The boy reassembled his family's one and only radio with the same screwdriver he'd used to take it apart. By then, though, he'd already been smacked for his curiosity — punished by his dad, who came home from the coal mine just wanting to relax with a radio program but instead found his son mesmerized by a jumble of capacitors, knobs, and resistors.

Rick Reefer at age 10. It's a black and white photograph and he is smiling and wearing a tweed jacket.
Rick Reefer at age 10.

That was Rick Reefer at the age of 10. A lifetime later — retired from running his own business and craving ways to continue feeling active, interested, and useful into his 70s — he showed up at an Amazon sort center in Pittsburgh to apply for a job. He saw the scale of the teamwork that sends orders to the homes of Amazon customers, and it was like the disassembled radio all over again. "The quantities of packages being handled on a daily basis around here literally blew my mind," he said.

It almost doesn't make sense that Reefer's sense of wonder survived, considering all the times it crashed into the brick wall of a father who just didn't get him. He was blessed to have the influence of his Uncle Blair, a Pennsylvania dairy farmer with a sixth-grade education who cheered him on through graduating from high school, heading off to college, enlisting in the U.S. Navy after freshman year to be able to afford the rest of his schooling, returning to earn his bachelor's degree, and embarking on a career that would lead to owning his own video-security business. "If I could talk to my uncle now, I would thank him," Reefer said. "On my knees, I'd thank him. And I think he'd just be beaming from ear to ear to know that I did succeed, and I'm still succeeding, and that the turn of events in my life have led up to going to Amazon, because of wanting to try to make a difference."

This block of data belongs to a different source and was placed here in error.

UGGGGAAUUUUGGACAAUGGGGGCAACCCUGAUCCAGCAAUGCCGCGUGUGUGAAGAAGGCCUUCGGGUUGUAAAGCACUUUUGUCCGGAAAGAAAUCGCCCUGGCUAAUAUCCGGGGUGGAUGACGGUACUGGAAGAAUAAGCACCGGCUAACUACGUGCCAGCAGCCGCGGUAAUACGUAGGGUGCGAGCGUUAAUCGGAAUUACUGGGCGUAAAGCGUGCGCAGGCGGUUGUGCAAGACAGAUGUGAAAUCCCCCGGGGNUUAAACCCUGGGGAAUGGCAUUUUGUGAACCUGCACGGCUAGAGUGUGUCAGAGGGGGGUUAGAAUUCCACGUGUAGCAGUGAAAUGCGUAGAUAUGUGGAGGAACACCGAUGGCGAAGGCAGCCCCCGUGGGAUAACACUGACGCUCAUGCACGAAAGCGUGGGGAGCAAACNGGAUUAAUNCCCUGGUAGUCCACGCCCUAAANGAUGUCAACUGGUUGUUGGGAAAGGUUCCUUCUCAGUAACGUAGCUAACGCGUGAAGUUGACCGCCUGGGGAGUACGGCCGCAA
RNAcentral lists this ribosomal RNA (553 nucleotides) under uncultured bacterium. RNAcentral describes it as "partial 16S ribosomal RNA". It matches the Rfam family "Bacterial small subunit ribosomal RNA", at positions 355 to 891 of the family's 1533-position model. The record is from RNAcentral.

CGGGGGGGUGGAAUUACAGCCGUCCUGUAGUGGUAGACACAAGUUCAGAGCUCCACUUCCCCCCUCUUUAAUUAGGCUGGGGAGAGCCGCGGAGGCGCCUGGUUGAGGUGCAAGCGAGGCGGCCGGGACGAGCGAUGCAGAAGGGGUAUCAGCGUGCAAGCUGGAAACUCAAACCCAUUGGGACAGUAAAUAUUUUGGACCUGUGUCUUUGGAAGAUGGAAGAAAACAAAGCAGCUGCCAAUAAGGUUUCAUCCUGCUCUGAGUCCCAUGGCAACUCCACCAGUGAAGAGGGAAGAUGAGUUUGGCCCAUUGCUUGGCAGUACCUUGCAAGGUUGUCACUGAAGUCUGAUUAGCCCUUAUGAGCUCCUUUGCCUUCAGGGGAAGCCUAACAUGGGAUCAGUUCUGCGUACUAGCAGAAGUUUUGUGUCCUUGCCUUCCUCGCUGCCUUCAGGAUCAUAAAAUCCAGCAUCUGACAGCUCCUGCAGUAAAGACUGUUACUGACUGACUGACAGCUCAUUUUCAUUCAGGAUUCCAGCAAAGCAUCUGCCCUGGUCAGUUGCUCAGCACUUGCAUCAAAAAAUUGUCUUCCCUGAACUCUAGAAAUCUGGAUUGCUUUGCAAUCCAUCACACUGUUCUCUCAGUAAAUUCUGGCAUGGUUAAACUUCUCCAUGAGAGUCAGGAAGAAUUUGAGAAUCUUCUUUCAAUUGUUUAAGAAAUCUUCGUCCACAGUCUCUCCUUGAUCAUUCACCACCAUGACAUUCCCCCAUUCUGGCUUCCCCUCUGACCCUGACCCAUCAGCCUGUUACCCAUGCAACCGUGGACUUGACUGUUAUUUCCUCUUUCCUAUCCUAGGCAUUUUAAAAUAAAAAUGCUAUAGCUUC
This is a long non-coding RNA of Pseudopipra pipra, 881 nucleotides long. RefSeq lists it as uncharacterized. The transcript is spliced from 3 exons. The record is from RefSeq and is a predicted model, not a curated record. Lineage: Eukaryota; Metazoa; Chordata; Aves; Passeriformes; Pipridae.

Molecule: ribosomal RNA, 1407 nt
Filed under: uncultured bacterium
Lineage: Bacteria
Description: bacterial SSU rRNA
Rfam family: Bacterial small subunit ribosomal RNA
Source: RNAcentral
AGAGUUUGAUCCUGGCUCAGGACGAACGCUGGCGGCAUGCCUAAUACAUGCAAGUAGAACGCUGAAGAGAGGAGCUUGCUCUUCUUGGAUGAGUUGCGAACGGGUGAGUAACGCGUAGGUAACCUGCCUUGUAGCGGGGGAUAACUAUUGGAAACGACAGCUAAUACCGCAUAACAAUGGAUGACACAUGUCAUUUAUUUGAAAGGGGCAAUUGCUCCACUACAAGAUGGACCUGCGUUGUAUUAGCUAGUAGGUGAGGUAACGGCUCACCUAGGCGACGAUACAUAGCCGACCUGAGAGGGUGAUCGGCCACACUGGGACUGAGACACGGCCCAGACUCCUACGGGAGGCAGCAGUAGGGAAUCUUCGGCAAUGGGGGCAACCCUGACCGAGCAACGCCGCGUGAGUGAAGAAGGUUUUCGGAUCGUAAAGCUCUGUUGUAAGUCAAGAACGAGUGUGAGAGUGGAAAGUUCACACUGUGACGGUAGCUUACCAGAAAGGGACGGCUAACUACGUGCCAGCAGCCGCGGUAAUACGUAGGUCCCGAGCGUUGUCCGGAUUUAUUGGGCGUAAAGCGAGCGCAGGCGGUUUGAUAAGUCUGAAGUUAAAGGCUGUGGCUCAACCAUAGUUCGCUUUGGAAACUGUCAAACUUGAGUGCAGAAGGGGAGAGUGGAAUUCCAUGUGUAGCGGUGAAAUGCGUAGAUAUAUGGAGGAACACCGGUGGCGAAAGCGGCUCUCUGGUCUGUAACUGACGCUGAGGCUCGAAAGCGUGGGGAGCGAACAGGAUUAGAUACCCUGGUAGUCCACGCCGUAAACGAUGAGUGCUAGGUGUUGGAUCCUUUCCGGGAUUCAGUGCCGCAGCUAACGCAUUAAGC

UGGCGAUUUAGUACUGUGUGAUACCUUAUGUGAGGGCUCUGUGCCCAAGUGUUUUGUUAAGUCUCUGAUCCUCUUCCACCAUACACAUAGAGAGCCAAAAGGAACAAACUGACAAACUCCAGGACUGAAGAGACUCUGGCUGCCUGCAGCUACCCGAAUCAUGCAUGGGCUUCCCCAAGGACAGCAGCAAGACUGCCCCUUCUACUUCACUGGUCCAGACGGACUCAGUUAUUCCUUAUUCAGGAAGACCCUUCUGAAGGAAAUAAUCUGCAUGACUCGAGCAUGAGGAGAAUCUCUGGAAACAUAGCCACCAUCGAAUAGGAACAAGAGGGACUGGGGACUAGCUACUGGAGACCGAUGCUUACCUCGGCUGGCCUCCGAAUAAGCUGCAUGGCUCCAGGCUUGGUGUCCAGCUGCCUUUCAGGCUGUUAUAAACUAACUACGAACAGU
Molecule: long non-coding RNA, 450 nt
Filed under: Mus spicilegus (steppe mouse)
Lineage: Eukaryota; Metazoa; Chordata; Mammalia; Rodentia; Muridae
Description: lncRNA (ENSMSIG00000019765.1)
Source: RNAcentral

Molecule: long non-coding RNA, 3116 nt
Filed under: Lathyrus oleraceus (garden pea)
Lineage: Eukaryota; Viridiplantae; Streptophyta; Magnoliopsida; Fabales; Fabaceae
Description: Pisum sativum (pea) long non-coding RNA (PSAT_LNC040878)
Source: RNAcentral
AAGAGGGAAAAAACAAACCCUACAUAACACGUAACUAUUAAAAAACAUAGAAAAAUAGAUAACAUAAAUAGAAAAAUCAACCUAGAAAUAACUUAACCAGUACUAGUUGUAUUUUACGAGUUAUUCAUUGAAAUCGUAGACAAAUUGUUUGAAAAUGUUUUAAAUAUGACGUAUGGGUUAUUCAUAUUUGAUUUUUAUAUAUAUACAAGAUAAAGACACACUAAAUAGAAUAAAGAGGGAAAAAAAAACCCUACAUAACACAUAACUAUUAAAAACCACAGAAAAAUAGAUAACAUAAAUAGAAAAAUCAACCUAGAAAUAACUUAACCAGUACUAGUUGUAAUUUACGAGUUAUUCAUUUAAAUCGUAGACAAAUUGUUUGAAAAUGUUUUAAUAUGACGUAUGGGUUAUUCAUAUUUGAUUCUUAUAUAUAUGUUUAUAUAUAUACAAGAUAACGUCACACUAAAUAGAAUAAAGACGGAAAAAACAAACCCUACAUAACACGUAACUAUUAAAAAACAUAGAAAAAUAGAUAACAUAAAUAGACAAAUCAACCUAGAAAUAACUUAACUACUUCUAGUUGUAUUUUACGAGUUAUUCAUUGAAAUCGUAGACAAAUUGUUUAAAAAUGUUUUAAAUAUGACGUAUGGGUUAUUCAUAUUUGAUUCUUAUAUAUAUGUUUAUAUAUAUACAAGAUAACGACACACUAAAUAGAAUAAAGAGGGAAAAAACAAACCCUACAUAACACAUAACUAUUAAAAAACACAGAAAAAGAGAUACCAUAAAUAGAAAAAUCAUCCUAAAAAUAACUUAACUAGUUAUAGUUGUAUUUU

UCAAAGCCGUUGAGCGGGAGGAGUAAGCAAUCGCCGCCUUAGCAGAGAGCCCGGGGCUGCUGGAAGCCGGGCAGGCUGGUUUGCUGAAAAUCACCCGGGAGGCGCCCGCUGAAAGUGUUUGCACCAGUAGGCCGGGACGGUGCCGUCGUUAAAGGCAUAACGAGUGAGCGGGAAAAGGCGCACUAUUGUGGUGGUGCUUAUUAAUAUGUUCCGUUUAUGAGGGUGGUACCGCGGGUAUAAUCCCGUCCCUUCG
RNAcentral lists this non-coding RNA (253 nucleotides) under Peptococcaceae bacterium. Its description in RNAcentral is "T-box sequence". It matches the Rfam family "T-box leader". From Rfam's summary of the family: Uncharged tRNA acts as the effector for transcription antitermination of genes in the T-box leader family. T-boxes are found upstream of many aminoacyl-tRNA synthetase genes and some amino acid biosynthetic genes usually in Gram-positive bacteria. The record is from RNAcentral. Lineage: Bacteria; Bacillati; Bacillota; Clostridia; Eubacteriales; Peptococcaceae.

I see what I can accomplish, see who I can talk to, see who I can meet. And just enjoy people, enjoy life as it is. There's still a lot of things I can do.
Amazon employee Rick Reefer

For Reefer, "make a difference" means embracing Amazon's culture of customer obsession. It also means trying to be a positive force in the lives of his coworkers. He never wants to see anyone give up on themselves. And he knows by now that just being around him can help people keep a sense of perspective and foster some optimism. Reefer has stayed positive, despite nine bouts of cancer that have dropped his weight below 100 pounds and despite the 2014 death of his wife that cut short the global travel that was supposed to be their victory lap after a half century together. "Even today, I'll be sitting here in my den or something like that — maybe 7:00, 7:30 — and I'm sure she'll be coming home from a walk. Then all of a sudden it hits me that she's not coming back, you know? But that's normal."

Reefer understands that some people would rage and fester in his situation, but his religious faith leads him to believe that he'd be letting evil win if he allowed bitterness to break him apart. "I get mad, but I don't dwell on it," he said.

"Rick and I got to be pretty close," said Bret Kresak, who led Amazon’s PIT5 sort center for most of Reefer's time there. "Rick doesn't need the money. He doesn't do it for fame and fortune. He truly does it because he loves Amazon, and he loves the people he works with. I continue to be amazed at Rick’s enthusiasm and always look forward to his smile and positive comments."

Kresak is also familiar with the spirit in Reefer that needed to pick up a screwdriver and figure out how his family's radio worked all those decades ago. "Rick's mind is always working," he said. "He's always looking for a way to improve the process. More than that, he's really improved the experience of his fellow associates. He's always looking out for 'Hey, there's an easier way to do this.' Or a better way to do things."

Reefer said, "When you keep your mind active, you're focusing on more positive things."

Now 74, Reefer aims to outlive his grandfather, who made it to 97. He intends to keep choosing to make each day count. "If I'm on the green side of the grass, it has to be another good day," he said. "I see what I can accomplish, see who I can talk to, see who I can meet. And just enjoy people, enjoy life as it is. There's still a lot of things I can do."